"In children's fiction, I love the idea of finding a new middle grade classic that I wished I had as a child to guide me through complicated feelings or take me to faraway lands. I'm also looking for contemporary and speculative young adult novels that use genre tropes and form to create an emotional space to work through issues in a new way. In MG and YA, I'm open to every genre--from magical realism to horror to high fantasy to sci-fi--as long as the focus is on the characters’ personal growth and relationships, with an emphasis on creating wonder and building empathy.
"Topics that always get closer look: beauty and brutality of the natural world, ecological grief, friendship as romance, the many forms of desire, weird history, cults, abductions, the Reformation, the Plague, the sea, Space, twins, monsters, fairy tales, witches, reversal of fortune stories, lies we tell ourselves, and magic in our world or those imagined."
What She Isn't Looking For:
Adult high fantasy, straight science fiction, paranormal,  chick-lit, romance, western, political, how-wo or self-help (Link)
"In children’s fiction, I love the idea of finding a new middle grade classic that I wished I had as a child to guide me through complicated feelings or take me to faraway lands. I’m also looking for contemporary and speculative young adult novels that use genre tropes and form to create an emotional space to work through issues in a new way. In MG and YA, I’m open to every genre—from magical realism to horror to high fantasy to sci-fi—as long as the focus is on the characters’ personal growth and relationships, with an emphasis on creating wonder and building empathy." (Link)
Editorial Agent?
“I am an editorial agent, so I’ve been known to go several rounds of edits with a project if it warrants it. In this marketplace, editorial board meetings are especially competitive, so you have to arm editors with a manuscript that is polished. The bar is high, and we should strive to pass it, not just submit something that is ‘good enough.’” (Link--defunct)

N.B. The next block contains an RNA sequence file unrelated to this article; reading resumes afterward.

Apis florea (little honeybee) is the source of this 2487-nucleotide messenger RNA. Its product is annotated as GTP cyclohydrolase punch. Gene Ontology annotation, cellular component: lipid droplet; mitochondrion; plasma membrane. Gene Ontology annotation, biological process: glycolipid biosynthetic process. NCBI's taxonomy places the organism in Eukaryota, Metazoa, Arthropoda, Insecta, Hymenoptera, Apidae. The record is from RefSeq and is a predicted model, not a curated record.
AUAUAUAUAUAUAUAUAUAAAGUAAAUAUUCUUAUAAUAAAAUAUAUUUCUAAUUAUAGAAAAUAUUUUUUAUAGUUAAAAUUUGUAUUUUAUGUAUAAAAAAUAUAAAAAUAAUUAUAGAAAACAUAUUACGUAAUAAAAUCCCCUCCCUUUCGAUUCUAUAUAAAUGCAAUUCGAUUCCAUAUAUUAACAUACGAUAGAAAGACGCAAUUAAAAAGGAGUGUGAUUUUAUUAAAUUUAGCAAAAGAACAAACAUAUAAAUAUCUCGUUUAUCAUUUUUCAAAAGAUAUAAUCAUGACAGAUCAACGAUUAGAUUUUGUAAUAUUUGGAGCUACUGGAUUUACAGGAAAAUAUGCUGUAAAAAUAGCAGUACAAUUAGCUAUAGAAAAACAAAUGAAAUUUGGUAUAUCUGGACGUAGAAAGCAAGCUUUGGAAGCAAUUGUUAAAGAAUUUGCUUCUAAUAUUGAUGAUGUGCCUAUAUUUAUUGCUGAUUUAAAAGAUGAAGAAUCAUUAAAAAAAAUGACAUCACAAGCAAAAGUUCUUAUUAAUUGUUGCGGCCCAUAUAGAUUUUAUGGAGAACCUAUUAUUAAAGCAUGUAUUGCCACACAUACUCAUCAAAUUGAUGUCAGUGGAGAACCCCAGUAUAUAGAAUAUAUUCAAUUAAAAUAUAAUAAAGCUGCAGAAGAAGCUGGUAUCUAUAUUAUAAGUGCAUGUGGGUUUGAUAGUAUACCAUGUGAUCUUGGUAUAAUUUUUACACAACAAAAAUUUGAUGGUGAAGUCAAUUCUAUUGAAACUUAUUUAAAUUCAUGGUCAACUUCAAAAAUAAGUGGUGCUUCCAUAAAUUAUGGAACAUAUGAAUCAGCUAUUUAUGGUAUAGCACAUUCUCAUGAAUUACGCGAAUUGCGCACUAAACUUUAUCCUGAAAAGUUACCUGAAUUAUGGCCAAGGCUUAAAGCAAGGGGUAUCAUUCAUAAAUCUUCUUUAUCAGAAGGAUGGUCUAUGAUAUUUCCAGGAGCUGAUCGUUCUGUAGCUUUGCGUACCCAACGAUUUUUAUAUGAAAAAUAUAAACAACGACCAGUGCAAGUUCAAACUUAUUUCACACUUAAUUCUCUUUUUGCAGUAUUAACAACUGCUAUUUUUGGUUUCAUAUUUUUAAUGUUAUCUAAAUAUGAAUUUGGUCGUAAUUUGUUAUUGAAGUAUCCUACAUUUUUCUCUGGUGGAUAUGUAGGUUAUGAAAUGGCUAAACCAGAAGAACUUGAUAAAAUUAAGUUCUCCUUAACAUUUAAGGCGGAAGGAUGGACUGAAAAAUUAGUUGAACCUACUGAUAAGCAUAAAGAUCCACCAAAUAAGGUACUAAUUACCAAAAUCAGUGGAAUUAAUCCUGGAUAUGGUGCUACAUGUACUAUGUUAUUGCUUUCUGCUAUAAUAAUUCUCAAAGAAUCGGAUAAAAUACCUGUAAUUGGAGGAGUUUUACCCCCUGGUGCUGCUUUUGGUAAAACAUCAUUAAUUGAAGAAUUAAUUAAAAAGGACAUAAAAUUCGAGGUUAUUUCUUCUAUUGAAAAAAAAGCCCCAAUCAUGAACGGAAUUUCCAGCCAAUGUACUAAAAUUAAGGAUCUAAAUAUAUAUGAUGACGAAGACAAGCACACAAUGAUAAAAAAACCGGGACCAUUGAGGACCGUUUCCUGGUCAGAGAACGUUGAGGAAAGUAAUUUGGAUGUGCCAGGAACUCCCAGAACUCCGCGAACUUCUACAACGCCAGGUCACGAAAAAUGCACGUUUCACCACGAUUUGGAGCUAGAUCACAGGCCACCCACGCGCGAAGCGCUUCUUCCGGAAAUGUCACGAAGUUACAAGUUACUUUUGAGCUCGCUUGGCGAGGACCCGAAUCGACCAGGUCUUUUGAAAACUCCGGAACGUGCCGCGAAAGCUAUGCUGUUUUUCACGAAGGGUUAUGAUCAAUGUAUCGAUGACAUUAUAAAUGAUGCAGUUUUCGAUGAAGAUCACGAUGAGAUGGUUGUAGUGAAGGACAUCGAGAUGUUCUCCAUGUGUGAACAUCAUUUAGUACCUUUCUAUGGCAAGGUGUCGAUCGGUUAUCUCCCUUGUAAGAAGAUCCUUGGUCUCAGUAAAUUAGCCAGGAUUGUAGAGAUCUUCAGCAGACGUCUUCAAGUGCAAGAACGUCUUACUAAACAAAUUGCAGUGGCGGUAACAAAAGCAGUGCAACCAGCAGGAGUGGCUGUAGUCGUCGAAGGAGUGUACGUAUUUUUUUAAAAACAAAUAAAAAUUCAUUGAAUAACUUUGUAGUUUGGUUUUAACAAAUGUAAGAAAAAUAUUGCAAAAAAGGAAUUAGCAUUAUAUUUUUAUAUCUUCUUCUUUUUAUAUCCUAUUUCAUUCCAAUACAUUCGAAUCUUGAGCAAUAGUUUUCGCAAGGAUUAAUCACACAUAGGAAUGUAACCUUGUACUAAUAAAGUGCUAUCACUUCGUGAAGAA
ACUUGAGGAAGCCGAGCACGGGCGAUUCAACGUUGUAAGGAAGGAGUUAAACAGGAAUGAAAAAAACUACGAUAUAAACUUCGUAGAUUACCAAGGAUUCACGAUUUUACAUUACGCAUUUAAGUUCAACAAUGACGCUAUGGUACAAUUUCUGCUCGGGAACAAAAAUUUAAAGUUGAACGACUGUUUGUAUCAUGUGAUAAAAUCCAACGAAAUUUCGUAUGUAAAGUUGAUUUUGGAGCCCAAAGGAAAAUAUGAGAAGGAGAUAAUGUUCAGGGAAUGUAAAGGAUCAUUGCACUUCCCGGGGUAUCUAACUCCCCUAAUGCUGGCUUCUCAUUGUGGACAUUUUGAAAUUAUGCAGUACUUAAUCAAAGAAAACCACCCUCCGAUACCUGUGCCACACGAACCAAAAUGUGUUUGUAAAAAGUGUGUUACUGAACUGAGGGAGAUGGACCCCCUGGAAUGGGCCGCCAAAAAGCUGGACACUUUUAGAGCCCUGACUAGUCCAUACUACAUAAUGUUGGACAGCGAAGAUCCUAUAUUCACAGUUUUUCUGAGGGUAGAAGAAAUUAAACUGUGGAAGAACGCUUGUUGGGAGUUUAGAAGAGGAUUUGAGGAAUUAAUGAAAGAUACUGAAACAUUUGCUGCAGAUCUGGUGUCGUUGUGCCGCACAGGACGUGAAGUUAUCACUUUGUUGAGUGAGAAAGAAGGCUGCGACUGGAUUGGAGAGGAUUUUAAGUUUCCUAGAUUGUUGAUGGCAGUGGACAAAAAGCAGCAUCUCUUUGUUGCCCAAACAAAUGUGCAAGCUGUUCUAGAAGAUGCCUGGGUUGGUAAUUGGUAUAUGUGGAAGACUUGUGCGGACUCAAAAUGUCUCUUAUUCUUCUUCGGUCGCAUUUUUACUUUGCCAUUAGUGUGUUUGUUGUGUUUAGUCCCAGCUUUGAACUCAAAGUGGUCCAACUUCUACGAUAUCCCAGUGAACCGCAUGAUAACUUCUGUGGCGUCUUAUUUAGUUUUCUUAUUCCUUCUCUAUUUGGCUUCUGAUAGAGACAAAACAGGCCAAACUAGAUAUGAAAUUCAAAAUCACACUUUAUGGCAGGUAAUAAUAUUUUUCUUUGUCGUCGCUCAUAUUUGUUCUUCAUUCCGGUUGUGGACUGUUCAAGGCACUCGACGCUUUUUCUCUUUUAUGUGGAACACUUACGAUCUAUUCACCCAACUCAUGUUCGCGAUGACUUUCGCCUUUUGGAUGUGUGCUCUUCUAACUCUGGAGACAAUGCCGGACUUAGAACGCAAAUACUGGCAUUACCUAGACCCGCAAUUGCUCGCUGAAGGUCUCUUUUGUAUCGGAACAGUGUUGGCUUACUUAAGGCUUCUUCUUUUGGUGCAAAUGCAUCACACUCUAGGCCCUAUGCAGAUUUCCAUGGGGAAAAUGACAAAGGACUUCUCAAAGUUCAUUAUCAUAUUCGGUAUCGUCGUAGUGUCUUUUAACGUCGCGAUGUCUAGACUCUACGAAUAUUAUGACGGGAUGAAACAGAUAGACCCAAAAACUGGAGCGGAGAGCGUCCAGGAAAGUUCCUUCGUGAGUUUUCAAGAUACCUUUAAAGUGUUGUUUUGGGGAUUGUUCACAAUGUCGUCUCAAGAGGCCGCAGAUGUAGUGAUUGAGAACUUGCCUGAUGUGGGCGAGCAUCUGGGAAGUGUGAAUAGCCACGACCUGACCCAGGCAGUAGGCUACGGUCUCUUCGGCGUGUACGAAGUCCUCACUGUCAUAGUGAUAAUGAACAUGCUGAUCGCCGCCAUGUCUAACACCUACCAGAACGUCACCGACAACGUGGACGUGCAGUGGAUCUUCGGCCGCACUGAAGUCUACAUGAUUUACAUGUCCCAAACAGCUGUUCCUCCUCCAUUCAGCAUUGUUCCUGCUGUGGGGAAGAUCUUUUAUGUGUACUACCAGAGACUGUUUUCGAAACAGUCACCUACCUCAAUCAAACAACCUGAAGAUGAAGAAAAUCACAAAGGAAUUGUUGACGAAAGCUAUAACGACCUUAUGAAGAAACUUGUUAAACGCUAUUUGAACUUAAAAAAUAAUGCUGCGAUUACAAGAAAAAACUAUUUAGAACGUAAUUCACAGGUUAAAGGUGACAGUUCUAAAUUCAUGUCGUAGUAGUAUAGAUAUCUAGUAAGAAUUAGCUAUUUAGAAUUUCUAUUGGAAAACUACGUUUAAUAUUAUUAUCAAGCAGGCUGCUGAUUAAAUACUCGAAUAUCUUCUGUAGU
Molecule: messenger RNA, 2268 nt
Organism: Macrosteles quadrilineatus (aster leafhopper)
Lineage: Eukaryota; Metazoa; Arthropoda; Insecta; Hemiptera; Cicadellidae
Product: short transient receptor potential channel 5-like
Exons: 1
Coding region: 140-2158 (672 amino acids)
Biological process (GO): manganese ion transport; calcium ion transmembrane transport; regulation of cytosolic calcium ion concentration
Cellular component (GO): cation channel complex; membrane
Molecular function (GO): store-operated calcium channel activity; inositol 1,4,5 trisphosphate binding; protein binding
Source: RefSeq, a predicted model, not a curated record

See the agency website for a current list of clients.
Query Methods:
E-mail: Yes.  
Snail-Mail: No.
Online-Form: Yes.
Submission Guidelines (always verify):
Complete the online form or email your query with the word "Query" and the agent's full name in the subject line. Include the first chapter in the body of the e-mail. No attachments. Query only one agent at a time at the agency. (Link)
Response Times: 
Ms. Grimmd responds to all queries. 
What's the Buzz?
Don Congdon Associates is a highly respected agency and Ms. Grimm has the benefit of her colleagues' years of experience and guidance. She iis actively developing a children's list for the agency.  She's been extremely warm and helpful in my dealings with her.
Worth Your Time:
Interviews and Podcasts:
March Agent of the Month: Katie Grimm Part 1 and Part 2 at Writing and Illustrating (03/2020)
Query.Sign.Submit With Katie Grimm at I Write for Apples (04/2014)
7 Questions For: Literary Agent Katie Grimm at Middle Grade Ninja (11/2010)
Please see the agency submission page for contact and query information.
Profile Details:
Last updated: 2/10/2023.
Agent Contacted For Review? Yes.
Last Reviewed By Agent? 5/7/2020.
Have any experience with this agent? See something that needs updating? Please leave a comment or e-mail me at natalieiaguirre7(at)gmail(dot)com

Note: These agent profiles presently focus on agents who accept children's fiction. They are not interviews. Please take the time to verify anything you might use here before querying an agent. The information found herein is subject to change.

Tip Tuesday #46

Happy Tuesday! I have a tip to share from Katharina (Cat) Gerlach. It's similar to a tip I featured in the past, but it's a good one and Cat approaches it from a different angle. Here she is!

As writers, we are always told not to use adverbs and that usually is sound advice. Now, I noticed that I keep missing the little monsters, especially if reading on screen. So, how do I make sure that I keep only those few adverbs that I really, really need? I color them. It's fairly easy. This is how you do it: